3 Potential Scams to Avoid When Making Online Charitable Donations
You’ve generously decided to make a charitable donation, but then remembered stories of those who have been scammed by fake charities. How do you avoid these scams that try to take advantage of your compassion for those in need? This article describes three potential online charity scams you should watch out for to save you from becoming the next victim!
Opportunistic Websites or Social Media Accounts
Cybercriminals are opportunistic—they are quick to leverage opportunities that allow them to ask for money. This means capitalizing on matters that are currently garnering mass attention.
Scammers can do this by simply creating an opportunistic (“pop up”) website or a social media account after an impactful event or during a trending cause, describing themselves as a “newly founded charitable organization” to support that particular event or cause. For example, “Raise Money for (a Current Event).”
Before donating anything, beware that it may be a fake charitable organization. You may be directed to a fundraising page or be provided a link you can click into to donate, but instead of donating money to those in need, you may be giving money and your personal information to scammers. Always do your research and verify the validity of the recipient.
They Reached Out to You By Email But…
A scammer may contact you by emailing you.
If the email goes into your spam box or if the email looks suspicious, do not click on any of the links or open any of the attachments provided as they are usually malicious and are phishing emails that intend to steal your personal information or install malware on your device.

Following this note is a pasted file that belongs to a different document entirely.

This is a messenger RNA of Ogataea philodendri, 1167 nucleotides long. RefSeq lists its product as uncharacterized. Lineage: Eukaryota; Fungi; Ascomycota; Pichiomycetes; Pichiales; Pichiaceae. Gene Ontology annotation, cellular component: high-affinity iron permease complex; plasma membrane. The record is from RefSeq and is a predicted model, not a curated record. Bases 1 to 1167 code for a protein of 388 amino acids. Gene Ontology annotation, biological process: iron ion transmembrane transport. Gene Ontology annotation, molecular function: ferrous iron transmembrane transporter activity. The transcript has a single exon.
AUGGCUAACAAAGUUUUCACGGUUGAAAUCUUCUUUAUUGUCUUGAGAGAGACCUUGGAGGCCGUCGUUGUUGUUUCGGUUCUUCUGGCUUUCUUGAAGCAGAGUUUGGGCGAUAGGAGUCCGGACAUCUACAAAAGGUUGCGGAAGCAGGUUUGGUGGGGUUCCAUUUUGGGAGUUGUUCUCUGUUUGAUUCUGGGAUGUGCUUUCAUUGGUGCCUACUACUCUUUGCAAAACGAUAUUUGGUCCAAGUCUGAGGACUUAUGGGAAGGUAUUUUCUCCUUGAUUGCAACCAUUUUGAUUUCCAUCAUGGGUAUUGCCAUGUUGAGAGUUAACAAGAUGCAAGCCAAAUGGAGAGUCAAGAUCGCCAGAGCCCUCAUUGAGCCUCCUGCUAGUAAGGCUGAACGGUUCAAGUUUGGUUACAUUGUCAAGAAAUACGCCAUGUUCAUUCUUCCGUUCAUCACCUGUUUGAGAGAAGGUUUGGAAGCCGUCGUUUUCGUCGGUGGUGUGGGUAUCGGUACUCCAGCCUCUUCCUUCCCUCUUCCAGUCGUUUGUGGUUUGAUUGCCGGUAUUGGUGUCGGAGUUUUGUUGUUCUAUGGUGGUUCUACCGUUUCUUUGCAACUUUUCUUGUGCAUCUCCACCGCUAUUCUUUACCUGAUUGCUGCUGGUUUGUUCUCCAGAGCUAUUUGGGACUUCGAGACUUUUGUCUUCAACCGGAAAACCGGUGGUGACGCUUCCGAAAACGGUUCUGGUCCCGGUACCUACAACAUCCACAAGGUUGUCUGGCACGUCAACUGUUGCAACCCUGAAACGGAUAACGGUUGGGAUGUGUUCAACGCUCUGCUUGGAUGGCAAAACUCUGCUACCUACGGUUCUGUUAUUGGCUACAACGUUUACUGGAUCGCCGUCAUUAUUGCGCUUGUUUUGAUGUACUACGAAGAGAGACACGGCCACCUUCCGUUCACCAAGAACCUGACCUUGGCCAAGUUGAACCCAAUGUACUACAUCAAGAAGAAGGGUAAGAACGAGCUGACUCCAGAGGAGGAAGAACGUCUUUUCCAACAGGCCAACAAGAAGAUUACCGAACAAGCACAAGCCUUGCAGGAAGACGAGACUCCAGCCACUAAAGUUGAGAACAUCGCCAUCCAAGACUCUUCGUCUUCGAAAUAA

A scammer may impersonate an employee or member of a well-known charity, pretending to legitimately ask for donations on behalf of the charity. Therefore, pay attention to both the name and email address of the sender. Don’t just check the name of the person sending you the email but check their email address by hovering your mouse over the “from” address to see if alterations have been made, such as “@red12cross.ca” versus “@redcross.ca.” If you see something like this, it is generally a phishing scam.
Misspellings in the website URL link provided (e.g. “redcros.ca”) can also indicate a phishing scam as scammers cannot replicate the exact website address of the legitimate organization but set up a scam site with a name as close to the real charity as they can get.
To protect yourself, know that legitimate organizations will never ask for your personal or financial information through email so be sure to be extra cautious when reading through your inbox.
They Ask You to Donate Through Wire Transfer or Gift Cards
Scammers know that once you send money to them in the form of a wire transfer or gift cards, there is usually no way to recover that money. Whenever someone demands to be paid with a gift card, it is usually a scam—gift cards are for gifts and not payments.
The Bottom Line
The above examples are just three of the potential scams you may wish to watch out for when making an online charitable donation. Cybercriminals have become sophisticated scammers.
Nevertheless, donating money online can still be safe when done correctly. The best way to avoid these scams is to do your homework (lots of it) to make sure you are donating to a registered charity and make donations directly from the charity’s official website, which should be secured. A secured website begins with “https” and has a padlock icon in front of it.
If you are in the process of selecting a trusted charity to which you wish to make regular donations for several years, not only is it crucial to avoid these pitfalls, but you may also wish to learn more about how to select your target charity. We encourage you to read Bloom Investment Counsel, Inc.’s How to Select a Charity and Build an Enduring Philanthropic Legacy for three important tips in that regard, along with a way to generate the desired income for donation purposes, which we hope will help guide you towards making a meaningful decision.
This content is provided for general informational purposes only and does not constitute financial, investment, tax, legal or accounting advice nor does it constitute an offer or solicitation to buy or sell any securities referred to. Individual circumstances and current events are critical to sound investment planning; anyone wishing to act on this content should consult with his or her financial partner or advisor.